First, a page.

AT AN-I-ISI, THE ` WEST-PROTECTING
AN-HSI, the headquarters of the ` Independent Department' to which Tun-huang belonged, had seemed a convenient place for a depot and new base ; for it lies at the point where the great road coming from Su-chou and China ` within the Wall ' turns off towards Hami and Eastern Turkestan. Whatever shape my plans for the next winter's work in the Tarim Basin might take, I should have to pass through An-hsi, and there was the immediate advantage of my being able to strike due south to the snowy range of the westernmost Nan-shan by a route which promised to be of varied interest. Three hot and fairly long marches along the barren foot of a completely denuded outer hill range brought us by June 16th to the humble road-side station of Kua-chou-kou, which derives its designation from the ancient name of the whole oasis. Next day a fifteen miles' ride across the wide scrub-covered plain took me to the town of An-hsi. All the way strips of poor fields alternated with extensive waste lands, and the ruins of walled villages and towns, most of them said to have been destroyèd during the great Tungan rebellion, were far more conspicuous than the scattered homesteads of present occupation.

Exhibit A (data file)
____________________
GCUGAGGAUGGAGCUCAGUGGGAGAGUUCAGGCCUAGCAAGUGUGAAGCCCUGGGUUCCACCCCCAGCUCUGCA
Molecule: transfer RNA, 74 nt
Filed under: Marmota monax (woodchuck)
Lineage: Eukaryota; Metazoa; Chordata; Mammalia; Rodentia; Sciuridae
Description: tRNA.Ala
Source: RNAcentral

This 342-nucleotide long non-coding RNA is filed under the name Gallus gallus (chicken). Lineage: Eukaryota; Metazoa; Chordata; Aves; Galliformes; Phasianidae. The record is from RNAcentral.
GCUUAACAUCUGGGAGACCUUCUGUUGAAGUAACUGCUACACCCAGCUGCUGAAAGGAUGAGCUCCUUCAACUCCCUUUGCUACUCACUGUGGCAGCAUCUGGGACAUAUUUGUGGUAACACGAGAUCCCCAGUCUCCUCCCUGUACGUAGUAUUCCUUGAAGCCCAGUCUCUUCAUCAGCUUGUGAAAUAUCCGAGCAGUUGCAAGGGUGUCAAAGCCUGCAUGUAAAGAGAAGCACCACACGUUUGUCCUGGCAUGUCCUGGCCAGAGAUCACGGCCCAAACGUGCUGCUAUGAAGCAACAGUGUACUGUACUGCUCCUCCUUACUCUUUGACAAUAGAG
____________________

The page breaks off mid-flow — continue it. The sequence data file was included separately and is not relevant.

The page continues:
So I was not altogether surprised by the air of neglect and stagnation which everything about An-hsi bore. The town boasted of the name, ` the West-protecting [garrison],' which once in the great times of the T'ang had been borne by the seat of the Chinese Governor-General controlling the whole of Turkestan. But it was now scarcely more than a straggling street within a big, desolate - looking